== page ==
Editor's Introduction

Published date01 December 2017
Date01 December 2017
C R Q, vol. 35, no. 2, Winter 2017 145
© 2017 Association for Confl ict Resolution and Wiley Periodicals, Inc.
Published online in Wiley Online Library (wileyonlinelibrary.com) • DOI: 10.1002/crq.21209
C ongratulations to the Association for Confl ict Resolution for a won-
derful conference in Dallas-Addison, Texas!  e next conference will
be held in Pittsburgh, Pennsylvania, from October 3–6, 2018. Please make
plans to join us.  is is an opportunity to gain and share knowledge from
within your area of specialty but also to learn more about the application of
confl ict resolution processes and skills across a broad array of contexts such
as healthcare, workplace, courts, schools, elder care, commercial applica-
tions, and many more.
At this year’s conference, the Editorial Board for Confl ict Resolution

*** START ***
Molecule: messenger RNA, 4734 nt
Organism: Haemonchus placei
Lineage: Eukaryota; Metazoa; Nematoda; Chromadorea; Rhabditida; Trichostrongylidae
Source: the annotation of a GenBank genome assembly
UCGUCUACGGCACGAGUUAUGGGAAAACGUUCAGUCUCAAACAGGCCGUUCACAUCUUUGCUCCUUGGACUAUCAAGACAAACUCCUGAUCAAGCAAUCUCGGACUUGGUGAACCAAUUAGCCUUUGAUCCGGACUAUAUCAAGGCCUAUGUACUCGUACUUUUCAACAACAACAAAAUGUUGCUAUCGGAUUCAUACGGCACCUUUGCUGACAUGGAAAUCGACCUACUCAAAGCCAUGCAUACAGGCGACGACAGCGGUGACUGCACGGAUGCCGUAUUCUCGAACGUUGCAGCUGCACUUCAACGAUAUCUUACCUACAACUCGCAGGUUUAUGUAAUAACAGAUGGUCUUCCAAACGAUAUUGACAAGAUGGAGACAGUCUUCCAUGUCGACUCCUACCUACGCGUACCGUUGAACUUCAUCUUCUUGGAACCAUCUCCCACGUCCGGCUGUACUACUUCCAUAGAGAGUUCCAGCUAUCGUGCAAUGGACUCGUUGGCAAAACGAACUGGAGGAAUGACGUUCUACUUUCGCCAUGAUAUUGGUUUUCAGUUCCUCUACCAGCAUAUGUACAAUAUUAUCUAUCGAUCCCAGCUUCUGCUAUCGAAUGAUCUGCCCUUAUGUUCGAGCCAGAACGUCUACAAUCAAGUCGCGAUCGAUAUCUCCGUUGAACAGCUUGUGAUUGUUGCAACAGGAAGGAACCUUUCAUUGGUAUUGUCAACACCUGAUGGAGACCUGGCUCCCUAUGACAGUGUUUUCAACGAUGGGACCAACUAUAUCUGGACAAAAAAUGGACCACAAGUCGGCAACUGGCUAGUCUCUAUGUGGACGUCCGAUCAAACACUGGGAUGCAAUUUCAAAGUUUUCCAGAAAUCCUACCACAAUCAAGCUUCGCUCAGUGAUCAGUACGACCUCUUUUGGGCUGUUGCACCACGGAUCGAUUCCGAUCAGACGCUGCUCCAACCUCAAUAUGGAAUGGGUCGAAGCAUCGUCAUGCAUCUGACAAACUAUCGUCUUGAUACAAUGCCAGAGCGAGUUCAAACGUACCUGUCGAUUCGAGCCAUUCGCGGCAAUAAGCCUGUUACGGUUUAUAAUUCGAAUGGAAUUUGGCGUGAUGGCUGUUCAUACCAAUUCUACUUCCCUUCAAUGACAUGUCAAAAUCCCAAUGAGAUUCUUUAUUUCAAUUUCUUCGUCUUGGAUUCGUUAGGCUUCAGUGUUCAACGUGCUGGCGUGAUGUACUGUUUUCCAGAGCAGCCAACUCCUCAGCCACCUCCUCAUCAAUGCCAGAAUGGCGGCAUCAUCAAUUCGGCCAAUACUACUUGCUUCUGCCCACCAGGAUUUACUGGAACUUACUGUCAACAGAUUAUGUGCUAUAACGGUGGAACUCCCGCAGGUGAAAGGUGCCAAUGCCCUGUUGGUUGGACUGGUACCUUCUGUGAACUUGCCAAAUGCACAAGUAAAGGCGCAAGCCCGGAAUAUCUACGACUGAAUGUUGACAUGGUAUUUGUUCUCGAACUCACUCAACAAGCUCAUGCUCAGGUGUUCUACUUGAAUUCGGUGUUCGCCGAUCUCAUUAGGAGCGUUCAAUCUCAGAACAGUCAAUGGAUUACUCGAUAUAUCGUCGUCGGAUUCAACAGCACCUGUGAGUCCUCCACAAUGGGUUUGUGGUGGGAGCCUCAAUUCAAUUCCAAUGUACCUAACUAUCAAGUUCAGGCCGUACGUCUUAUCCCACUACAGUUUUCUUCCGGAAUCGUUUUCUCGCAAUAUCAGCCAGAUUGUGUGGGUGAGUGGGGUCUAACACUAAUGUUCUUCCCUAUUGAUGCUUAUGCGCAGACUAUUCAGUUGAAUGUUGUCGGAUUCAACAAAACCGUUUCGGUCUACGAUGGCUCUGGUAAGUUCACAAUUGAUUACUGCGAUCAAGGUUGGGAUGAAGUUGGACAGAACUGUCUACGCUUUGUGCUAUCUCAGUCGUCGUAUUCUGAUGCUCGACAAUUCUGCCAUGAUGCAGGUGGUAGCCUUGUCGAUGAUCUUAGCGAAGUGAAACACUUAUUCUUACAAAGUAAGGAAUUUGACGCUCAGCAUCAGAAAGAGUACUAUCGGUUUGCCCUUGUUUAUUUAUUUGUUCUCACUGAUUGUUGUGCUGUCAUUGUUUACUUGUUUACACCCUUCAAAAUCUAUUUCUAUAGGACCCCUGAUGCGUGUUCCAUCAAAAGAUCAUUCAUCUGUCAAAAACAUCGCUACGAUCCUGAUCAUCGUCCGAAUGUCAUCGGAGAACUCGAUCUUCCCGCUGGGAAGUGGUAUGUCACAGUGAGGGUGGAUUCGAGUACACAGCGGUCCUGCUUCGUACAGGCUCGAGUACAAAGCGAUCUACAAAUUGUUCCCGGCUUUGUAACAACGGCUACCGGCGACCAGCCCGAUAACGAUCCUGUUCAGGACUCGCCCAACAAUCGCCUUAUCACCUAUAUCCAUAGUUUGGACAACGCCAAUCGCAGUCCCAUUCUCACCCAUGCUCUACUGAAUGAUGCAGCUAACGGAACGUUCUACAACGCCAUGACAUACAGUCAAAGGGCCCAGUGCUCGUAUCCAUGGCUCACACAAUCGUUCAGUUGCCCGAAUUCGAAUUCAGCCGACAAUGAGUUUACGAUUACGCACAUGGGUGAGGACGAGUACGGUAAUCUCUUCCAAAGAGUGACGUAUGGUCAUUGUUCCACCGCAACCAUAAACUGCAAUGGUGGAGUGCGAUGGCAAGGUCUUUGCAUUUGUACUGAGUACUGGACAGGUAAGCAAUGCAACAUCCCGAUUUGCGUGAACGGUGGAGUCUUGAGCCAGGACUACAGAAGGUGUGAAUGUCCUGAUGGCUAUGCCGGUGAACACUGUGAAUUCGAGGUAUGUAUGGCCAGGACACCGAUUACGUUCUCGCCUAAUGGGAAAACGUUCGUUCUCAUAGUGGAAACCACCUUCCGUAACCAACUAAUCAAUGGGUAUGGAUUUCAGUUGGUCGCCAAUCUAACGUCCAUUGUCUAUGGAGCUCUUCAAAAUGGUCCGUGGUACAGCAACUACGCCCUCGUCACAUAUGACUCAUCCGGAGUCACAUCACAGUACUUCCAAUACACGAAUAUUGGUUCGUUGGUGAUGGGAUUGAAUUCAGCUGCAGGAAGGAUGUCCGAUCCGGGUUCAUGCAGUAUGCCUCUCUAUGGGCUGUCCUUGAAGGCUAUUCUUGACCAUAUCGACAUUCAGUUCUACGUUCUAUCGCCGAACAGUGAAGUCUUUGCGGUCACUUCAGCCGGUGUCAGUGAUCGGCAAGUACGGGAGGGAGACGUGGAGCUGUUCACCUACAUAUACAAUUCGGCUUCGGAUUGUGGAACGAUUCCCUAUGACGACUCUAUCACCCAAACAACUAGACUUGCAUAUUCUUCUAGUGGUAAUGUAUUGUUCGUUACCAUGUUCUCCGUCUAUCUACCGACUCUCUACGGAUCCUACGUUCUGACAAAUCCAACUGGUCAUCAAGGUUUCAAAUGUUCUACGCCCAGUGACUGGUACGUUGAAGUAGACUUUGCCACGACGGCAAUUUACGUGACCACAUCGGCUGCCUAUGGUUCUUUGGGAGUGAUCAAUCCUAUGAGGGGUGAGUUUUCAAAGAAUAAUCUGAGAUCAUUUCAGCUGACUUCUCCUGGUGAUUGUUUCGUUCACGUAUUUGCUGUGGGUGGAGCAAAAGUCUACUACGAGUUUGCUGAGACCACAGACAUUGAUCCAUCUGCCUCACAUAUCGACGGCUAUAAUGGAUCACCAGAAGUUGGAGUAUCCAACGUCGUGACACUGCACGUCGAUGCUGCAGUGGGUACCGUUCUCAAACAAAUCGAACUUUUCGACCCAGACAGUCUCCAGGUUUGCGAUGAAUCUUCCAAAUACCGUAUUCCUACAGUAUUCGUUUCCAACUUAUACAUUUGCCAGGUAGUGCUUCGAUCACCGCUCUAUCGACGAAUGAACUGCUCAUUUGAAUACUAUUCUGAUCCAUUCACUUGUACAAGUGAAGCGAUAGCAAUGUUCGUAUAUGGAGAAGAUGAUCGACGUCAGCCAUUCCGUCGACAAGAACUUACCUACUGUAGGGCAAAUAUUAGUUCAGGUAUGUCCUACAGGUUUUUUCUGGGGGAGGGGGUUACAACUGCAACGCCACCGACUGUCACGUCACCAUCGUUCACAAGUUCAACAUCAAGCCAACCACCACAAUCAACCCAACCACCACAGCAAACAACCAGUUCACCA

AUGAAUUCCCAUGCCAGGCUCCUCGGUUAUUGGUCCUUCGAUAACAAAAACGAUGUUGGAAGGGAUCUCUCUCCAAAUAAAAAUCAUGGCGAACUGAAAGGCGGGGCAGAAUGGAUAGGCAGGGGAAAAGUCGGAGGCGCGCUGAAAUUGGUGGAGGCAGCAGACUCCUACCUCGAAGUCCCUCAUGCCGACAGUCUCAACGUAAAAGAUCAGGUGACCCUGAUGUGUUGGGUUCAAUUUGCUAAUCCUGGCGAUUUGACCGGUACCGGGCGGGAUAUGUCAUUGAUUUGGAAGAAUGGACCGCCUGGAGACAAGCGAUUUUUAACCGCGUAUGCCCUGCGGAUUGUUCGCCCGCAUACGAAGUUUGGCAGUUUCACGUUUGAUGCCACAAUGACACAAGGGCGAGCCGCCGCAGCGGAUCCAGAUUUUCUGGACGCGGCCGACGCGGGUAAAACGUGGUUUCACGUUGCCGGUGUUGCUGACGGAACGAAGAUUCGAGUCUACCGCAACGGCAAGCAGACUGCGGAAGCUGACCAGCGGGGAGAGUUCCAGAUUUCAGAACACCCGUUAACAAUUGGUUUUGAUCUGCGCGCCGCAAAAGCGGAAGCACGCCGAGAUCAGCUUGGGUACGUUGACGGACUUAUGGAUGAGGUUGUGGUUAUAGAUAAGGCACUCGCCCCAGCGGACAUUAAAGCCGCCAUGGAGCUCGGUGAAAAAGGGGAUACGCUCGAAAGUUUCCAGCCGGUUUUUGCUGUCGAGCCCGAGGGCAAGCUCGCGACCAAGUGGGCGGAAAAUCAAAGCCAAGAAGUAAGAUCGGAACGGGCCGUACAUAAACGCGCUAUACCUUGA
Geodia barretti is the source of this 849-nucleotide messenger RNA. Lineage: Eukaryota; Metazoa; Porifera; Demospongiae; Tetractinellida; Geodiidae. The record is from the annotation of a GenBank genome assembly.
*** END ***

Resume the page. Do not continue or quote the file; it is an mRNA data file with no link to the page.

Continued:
Quarterly discussed the existing need for new research-based knowledge
in various application areas including family mediation, ombuds/work-
place, and confl ict resolution education. In addition to seeking to answer
lingering questions, we discussed the importance of disseminating existing
knowledge. Toward the goal of knowledge dissemination, please check out
our website, where you can search by keyword for research on your areas of
interest. Some articles are available for free on our website as well: http://
Members of ACR can access articles for free as a part of their mem-
bership benefi ts: https://acrnet.org/ACR/Publications/Confl ict_
is edition’s articles shed light on confl ict resolution practice in many
contexts and answer key questions about the effi cacy of diff erent mediator
styles and attitudes, the need for environmental confl ict resolution by mul-
tinational oil companies, transforming collective history and identities in
the service of healing and peace, understanding diff erences in attitudes and
orientations between politicians and community leaders, and the impor-
tance of balancing competing moral values in mediation.
Happy reading!
Susan S. Raines , Ph.D.
Professor of Confl ict Management
School of Confl ict Management, Peacebuildling and Development
Kennesaw State University

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